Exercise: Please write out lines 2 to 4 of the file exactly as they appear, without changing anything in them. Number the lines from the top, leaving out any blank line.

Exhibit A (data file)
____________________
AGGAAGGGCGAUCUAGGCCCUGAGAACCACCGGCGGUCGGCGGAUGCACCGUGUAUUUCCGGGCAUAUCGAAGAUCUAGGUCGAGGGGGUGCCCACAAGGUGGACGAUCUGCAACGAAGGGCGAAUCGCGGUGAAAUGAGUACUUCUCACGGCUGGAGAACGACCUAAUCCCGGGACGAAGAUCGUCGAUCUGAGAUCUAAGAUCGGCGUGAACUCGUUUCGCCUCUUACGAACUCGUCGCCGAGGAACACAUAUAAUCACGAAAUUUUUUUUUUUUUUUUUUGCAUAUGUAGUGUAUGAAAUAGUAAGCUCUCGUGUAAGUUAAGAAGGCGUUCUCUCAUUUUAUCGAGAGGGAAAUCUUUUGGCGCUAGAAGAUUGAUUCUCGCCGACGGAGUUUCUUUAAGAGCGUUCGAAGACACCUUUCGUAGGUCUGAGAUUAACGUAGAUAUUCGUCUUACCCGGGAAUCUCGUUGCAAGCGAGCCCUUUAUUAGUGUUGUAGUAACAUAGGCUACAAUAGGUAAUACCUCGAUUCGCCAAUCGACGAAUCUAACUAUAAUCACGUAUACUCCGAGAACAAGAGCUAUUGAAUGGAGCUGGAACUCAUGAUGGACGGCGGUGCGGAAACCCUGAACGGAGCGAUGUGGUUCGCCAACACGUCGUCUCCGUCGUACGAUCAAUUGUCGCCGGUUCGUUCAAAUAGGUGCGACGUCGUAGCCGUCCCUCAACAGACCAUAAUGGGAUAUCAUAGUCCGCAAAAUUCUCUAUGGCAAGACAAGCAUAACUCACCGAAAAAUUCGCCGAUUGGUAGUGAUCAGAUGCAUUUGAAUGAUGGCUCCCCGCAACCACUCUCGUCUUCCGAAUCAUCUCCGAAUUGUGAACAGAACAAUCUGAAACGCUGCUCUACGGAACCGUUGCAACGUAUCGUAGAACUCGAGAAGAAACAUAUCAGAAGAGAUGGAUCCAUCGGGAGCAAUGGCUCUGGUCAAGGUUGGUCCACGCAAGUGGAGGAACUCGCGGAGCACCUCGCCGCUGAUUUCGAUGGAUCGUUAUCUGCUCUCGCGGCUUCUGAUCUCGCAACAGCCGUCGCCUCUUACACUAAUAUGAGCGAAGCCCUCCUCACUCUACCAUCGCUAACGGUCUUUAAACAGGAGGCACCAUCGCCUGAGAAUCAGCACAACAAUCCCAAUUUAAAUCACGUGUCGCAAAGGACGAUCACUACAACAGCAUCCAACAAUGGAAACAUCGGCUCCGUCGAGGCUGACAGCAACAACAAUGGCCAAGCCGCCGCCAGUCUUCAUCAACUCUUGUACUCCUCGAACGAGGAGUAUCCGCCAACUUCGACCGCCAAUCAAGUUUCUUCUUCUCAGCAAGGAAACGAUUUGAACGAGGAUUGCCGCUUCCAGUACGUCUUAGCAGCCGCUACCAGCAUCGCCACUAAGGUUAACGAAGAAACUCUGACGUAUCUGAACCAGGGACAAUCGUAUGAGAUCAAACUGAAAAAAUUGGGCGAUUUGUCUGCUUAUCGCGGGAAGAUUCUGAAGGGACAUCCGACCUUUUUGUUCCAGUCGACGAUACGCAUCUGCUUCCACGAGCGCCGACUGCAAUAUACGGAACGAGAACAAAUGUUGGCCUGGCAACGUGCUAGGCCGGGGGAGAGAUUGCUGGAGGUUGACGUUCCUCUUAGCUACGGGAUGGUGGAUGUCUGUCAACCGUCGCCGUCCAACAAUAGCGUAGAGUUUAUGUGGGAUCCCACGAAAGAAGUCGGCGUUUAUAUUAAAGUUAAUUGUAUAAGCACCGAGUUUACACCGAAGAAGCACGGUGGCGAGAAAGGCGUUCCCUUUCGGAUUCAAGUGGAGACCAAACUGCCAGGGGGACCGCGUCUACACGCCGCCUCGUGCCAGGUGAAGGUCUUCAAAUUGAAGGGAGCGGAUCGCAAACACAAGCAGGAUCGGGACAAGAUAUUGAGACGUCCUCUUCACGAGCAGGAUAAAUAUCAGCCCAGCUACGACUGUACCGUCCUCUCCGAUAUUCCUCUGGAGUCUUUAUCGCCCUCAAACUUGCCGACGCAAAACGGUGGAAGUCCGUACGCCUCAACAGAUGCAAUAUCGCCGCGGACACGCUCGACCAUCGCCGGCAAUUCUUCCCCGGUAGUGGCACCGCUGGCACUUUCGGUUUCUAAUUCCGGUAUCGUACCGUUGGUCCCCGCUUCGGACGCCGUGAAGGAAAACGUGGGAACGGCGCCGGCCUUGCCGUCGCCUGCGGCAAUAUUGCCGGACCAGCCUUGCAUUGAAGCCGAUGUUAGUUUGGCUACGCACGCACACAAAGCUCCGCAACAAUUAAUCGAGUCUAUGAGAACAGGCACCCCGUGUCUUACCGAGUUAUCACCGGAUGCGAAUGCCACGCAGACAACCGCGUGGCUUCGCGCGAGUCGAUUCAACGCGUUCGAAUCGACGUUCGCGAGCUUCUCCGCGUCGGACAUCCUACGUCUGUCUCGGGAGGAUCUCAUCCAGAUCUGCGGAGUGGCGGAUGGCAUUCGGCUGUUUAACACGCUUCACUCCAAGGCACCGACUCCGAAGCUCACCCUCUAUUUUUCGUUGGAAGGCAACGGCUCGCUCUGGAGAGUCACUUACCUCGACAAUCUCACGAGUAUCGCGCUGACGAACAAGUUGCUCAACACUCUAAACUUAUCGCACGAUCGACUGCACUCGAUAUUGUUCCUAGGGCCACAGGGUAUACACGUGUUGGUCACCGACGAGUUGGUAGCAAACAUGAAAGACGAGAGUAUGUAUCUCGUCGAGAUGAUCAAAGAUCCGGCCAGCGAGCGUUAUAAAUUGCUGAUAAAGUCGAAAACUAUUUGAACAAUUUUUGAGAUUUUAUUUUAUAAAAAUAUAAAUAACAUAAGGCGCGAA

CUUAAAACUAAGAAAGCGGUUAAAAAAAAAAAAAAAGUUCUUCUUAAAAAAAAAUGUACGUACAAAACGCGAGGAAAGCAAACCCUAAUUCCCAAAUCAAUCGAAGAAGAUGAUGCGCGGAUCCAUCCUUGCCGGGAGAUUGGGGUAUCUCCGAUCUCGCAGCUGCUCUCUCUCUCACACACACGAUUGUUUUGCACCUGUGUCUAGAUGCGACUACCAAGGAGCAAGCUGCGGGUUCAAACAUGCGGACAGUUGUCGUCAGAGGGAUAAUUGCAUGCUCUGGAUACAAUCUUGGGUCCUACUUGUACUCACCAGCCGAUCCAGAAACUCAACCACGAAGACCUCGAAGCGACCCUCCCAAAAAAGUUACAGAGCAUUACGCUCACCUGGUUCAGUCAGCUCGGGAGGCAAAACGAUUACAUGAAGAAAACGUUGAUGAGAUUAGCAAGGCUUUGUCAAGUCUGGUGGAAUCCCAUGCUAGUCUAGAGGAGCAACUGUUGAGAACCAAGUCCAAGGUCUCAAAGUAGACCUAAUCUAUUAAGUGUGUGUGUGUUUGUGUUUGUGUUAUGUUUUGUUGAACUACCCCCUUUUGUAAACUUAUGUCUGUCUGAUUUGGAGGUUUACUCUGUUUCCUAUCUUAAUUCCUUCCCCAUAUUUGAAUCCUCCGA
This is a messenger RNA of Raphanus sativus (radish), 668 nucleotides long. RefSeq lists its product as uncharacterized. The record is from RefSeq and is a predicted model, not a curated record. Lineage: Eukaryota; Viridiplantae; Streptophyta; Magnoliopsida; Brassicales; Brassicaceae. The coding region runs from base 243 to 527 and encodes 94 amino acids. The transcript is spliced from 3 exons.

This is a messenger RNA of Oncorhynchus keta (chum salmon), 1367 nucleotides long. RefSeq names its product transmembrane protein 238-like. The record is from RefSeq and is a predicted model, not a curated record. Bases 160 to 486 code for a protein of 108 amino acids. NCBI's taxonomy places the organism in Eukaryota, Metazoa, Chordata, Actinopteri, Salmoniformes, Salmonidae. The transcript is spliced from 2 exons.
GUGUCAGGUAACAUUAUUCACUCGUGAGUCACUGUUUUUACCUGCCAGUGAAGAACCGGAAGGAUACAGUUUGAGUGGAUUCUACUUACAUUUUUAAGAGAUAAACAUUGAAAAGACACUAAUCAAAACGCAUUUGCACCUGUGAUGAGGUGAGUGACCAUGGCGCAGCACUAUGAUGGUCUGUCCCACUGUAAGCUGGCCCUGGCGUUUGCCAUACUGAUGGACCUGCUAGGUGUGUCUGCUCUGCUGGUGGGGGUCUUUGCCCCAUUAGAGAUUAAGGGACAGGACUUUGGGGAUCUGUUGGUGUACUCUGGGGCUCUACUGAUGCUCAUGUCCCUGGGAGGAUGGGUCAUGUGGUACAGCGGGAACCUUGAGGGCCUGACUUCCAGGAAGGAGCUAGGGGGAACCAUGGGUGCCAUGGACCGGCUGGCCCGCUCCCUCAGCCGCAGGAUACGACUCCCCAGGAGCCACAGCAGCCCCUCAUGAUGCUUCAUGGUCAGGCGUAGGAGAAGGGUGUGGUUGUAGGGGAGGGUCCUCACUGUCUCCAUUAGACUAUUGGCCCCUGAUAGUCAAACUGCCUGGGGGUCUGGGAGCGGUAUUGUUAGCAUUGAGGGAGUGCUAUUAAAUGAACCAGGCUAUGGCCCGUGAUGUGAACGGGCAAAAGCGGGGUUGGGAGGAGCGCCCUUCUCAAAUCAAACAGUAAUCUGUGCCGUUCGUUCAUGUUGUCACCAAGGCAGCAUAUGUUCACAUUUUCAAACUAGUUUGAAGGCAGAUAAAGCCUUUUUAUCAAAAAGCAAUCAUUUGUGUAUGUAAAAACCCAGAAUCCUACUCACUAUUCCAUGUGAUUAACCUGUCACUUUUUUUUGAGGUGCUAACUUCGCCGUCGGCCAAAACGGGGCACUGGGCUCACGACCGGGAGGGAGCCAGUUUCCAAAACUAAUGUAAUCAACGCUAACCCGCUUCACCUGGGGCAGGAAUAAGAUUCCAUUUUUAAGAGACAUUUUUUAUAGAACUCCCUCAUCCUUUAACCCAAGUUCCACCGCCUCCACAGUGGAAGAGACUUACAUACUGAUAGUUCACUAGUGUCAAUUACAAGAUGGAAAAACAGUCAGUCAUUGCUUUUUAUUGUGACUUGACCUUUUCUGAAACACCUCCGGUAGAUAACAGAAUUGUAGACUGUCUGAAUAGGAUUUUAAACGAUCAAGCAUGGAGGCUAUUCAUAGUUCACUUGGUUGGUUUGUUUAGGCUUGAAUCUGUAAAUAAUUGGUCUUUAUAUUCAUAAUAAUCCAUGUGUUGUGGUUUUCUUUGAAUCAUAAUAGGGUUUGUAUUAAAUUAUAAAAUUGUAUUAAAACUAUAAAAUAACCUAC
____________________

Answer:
CUUAAAACUAAGAAAGCGGUUAAAAAAAAAAAAAAAGUUCUUCUUAAAAAAAAAUGUACGUACAAAACGCGAGGAAAGCAAACCCUAAUUCCCAAAUCAAUCGAAGAAGAUGAUGCGCGGAUCCAUCCUUGCCGGGAGAUUGGGGUAUCUCCGAUCUCGCAGCUGCUCUCUCUCUCACACACACGAUUGUUUUGCACCUGUGUCUAGAUGCGACUACCAAGGAGCAAGCUGCGGGUUCAAACAUGCGGACAGUUGUCGUCAGAGGGAUAAUUGCAUGCUCUGGAUACAAUCUUGGGUCCUACUUGUACUCACCAGCCGAUCCAGAAACUCAACCACGAAGACCUCGAAGCGACCCUCCCAAAAAAGUUACAGAGCAUUACGCUCACCUGGUUCAGUCAGCUCGGGAGGCAAAACGAUUACAUGAAGAAAACGUUGAUGAGAUUAGCAAGGCUUUGUCAAGUCUGGUGGAAUCCCAUGCUAGUCUAGAGGAGCAACUGUUGAGAACCAAGUCCAAGGUCUCAAAGUAGACCUAAUCUAUUAAGUGUGUGUGUGUUUGUGUUUGUGUUAUGUUUUGUUGAACUACCCCCUUUUGUAAACUUAUGUCUGUCUGAUUUGGAGGUUUACUCUGUUUCCUAUCUUAAUUCCUUCCCCAUAUUUGAAUCCUCCGA
This is a messenger RNA of Raphanus sativus (radish), 668 nucleotides long. RefSeq lists its product as uncharacterized. The record is from RefSeq and is a predicted model, not a curated record. Lineage: Eukaryota; Viridiplantae; Streptophyta; Magnoliopsida; Brassicales; Brassicaceae. The coding region runs from base 243 to 527 and encodes 94 amino acids. The transcript is spliced from 3 exons.

This is a messenger RNA of Oncorhynchus keta (chum salmon), 1367 nucleotides long. RefSeq names its product transmembrane protein 238-like. The record is from RefSeq and is a predicted model, not a curated record. Bases 160 to 486 code for a protein of 108 amino acids. NCBI's taxonomy places the organism in Eukaryota, Metazoa, Chordata, Actinopteri, Salmoniformes, Salmonidae. The transcript is spliced from 2 exons.